Ready to hear about one of the hottest new formats? Well, actually, “new” is probably the worst word to describe it. It’s a format where Birds of Paradise was never reprinted in Ravnica—because Ravnica hasn’t happened yet. It’s a format where cards like Mana Drain and Ancestral Recall are playable in the same deck as Flying Men. Perhaps best of all, it’s a format where you can play Chaos Orb and your friends can’t complain that it isn’t actually legal. Pop open your Time Vaults, folks—this is Old School Magic!
Now, Old School, also known as 93/94 Magic, isn’t exactly new—actually, it has been around since 2007 when some players in Sweden allowed the powerful force of nostalgia to take the wheel. Since then, Old School Magic spread in small pockets throughout Europe and eventually made its way out to the rest of the world. ChannelFireball ran Old School events at some of their Grand Prix events, and the ones I’ve seen have been some of the coolest events I’ve ever had the pleasure to witness.
Getting into Old School Magic isn’t necessarily cheap—many lists play dual lands and full sets of power—but if you’re looking to relive the old days of Magic with a small card pool and a lot of dedicated, innovative deckbuilders, it’s an incredible experience. If you’re ready to start building your deck, here are the rules you’ll need to know.
Some shops and groups use other rules, other legal sets, other banned lists, and so on, but if you’re going to play Old School at a ChannelFireball Grand Prix, this is the rule set they’ll be using—they arrived at it after a lot of discussions with players and a lot of thought about how they could make this format accessible. Of course, if you’re just playing with your friends, I encourage you to use whatever rule set makes the format fun for all of you! If you’d rather your game end in a sudden-death Chaos Orb flipping contest than a draw when you’re playing at home, that’s your prerogative.
1994 Book Promos (Arena & Sewers of Estark)
In most formats, it’s okay to play other versions of legal cards. In ChannelFireball’s version of Old School, that’s partially true. This is actually one of the biggest points of contention between different versions of Old School—some allow only original printings, some allow things like Collector’s Edition, and some fall somewhere in between. Since this is something that can be divisive, I’ll tell you what they’ve chosen, and then I’ll tell you why.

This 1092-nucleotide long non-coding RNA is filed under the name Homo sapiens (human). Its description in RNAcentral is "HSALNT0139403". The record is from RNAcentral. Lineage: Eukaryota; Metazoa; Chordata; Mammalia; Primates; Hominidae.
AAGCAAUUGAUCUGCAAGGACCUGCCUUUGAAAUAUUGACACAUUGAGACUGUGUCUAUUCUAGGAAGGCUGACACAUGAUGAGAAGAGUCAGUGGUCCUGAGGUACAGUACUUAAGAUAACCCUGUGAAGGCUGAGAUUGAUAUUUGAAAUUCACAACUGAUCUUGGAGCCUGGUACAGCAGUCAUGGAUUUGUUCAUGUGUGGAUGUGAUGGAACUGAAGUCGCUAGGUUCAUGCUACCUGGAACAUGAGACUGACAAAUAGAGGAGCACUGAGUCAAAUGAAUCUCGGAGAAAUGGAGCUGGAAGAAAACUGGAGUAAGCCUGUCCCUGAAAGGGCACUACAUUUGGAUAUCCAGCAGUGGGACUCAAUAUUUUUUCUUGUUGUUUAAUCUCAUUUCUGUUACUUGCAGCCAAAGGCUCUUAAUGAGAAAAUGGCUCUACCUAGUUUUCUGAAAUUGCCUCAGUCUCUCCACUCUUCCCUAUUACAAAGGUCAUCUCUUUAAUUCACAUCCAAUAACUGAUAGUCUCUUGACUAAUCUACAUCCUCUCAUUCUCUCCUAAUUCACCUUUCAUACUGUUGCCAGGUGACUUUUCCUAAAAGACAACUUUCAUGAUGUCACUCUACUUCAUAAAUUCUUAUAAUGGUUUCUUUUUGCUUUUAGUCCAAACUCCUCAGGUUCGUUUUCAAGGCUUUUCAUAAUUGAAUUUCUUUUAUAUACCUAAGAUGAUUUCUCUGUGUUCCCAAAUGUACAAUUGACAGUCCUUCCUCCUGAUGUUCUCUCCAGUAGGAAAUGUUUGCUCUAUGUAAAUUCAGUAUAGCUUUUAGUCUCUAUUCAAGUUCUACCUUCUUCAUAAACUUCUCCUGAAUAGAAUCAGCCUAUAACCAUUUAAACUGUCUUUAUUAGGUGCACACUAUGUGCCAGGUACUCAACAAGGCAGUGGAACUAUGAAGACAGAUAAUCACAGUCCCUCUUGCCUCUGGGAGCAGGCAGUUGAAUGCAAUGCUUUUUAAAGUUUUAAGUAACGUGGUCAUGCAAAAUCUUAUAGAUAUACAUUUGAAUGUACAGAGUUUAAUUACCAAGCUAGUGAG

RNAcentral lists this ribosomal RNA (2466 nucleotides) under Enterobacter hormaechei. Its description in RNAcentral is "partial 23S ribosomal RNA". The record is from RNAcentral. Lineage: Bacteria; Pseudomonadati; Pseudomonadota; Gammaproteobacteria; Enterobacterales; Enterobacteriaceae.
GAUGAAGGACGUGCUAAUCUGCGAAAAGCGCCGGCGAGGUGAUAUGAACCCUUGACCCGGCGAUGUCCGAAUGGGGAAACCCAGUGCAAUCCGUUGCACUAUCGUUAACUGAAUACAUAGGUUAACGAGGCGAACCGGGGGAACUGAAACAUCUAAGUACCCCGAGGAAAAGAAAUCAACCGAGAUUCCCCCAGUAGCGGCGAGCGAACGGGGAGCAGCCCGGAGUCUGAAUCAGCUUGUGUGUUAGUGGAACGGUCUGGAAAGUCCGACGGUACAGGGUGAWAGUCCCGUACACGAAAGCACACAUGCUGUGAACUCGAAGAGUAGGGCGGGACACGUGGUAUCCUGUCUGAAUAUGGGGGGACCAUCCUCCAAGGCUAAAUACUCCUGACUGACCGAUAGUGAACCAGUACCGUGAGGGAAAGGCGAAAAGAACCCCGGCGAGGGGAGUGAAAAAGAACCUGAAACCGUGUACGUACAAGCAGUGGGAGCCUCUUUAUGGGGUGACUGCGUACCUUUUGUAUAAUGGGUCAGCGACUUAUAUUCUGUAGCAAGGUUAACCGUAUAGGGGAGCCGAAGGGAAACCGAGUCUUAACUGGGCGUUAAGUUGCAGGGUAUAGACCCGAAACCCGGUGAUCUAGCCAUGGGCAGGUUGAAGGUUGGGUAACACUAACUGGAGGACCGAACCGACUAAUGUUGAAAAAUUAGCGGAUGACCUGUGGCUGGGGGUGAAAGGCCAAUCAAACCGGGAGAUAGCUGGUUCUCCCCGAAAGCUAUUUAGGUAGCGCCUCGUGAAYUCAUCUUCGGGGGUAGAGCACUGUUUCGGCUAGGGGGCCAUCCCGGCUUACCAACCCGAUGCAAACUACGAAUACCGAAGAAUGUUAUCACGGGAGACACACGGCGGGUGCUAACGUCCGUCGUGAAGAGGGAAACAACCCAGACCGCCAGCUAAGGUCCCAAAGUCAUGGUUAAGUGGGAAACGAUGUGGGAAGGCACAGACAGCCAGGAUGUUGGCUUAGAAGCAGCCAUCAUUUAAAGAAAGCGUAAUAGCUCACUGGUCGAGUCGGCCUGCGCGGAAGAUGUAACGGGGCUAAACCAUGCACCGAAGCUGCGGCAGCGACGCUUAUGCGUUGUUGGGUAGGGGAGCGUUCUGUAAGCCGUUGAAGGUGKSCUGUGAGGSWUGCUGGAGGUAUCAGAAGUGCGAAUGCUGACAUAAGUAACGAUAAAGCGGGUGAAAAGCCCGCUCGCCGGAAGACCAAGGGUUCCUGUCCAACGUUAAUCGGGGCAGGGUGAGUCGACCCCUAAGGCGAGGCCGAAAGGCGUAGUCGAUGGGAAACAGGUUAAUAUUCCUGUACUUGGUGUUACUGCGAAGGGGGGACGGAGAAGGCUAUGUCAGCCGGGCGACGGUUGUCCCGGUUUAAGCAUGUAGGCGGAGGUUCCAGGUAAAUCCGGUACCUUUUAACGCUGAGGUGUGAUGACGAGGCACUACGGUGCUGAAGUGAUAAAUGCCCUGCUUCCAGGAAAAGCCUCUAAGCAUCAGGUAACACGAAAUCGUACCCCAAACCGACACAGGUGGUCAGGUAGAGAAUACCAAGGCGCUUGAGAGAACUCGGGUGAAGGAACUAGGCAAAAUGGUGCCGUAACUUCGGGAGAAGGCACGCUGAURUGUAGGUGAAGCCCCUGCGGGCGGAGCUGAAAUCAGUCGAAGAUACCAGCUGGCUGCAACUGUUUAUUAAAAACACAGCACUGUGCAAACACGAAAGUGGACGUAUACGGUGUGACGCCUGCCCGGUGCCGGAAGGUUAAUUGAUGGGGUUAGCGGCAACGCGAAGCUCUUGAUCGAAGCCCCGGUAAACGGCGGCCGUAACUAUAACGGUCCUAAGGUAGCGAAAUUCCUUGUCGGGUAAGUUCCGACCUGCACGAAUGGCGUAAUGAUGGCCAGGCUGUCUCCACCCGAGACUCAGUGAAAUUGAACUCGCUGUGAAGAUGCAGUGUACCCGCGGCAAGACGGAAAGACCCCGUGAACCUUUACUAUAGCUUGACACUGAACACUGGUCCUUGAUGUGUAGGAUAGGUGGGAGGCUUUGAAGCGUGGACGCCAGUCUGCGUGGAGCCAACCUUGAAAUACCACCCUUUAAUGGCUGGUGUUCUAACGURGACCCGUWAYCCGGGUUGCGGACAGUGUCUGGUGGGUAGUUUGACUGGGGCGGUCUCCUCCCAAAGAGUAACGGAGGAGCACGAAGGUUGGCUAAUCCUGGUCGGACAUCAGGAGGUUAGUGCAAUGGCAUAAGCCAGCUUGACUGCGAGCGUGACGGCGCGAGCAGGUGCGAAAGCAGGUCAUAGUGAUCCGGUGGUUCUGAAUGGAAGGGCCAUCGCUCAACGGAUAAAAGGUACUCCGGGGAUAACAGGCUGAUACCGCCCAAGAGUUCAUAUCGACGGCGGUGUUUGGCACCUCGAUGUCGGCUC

Reprints of cards from legal sets are allowed if their art matches the art from a version of the card in one of the legal sets listed above and as long as they use the original Magic card frame [Exception: Revised Edition Serendib Efreet is legal]. Collector’s Edition and other gold-bordered cards aren’t allowed, and neither are foils. Here are some examples:
If you want to play Birds of Paradise but all you have is a playset of 6th Edition Birds, that’s fine—they use the same original Mark Poole illustration. Birds from Ravnica, though, have art by Marcelo Vignali, which, while lovely, doesn’t match the Birds in A/B/U—so they’re not legal.
Similarly, playing a Crusade from Revised is fine, but the 5th Edition art is different, so that’s a no-go.
A Chronicles City of Brass would be fine, but a Modern Masters City of Brass wouldn’t be.
They’ve chosen this particular set of rules for two reasons: First, they want this format to be accessible to more than just a select few who can afford to play cards that exist in extremely low supply. This format is really fun even without the Power 9 or a full set of the restricted cards, and they want to share that fun with anyone who’s willing to play. That leads into my second point: a big part of the fun of this format is the nostalgia factor, and a lot of that comes from the look and feel of the old cards. They want to expand the playability of this format without damaging the aesthetic, and allowing foils, gold-bordered cards, or reprints with different art would damage that aesthetic. Once you get hooked on this format, you might find yourself hunting down black-bordered versions of your reprints, but they want people to have the opportunity to discover their love for the format, and that means creating some wiggle room for people to get their feet in the door.
Of course, some cards just won’t fly in a format like this. In the bad old days, you played for ante, but that doesn’t really work these days. Outside of some very specific and special circumstances, there’s a short banned list to adhere to in Old School events.
You’ll notice that this doesn’t totally match the list of cards in these sets that are banned in Vintage. Some of them will show up on the restricted list, but if you feel like having some fun, you can play 4 copies of Falling Star. It may not be a strategy that wins you tons of games, but sometimes the comedy option is the best option.
Speaking of that restricted list, here it is:
- Ancestral Recall
- Black Lotus
- Chaos Orb
- Demonic Tutor
- Library of Alexandria
- Mana Drain
- Maze of Ith
- Mind Twist
- Mox Emerald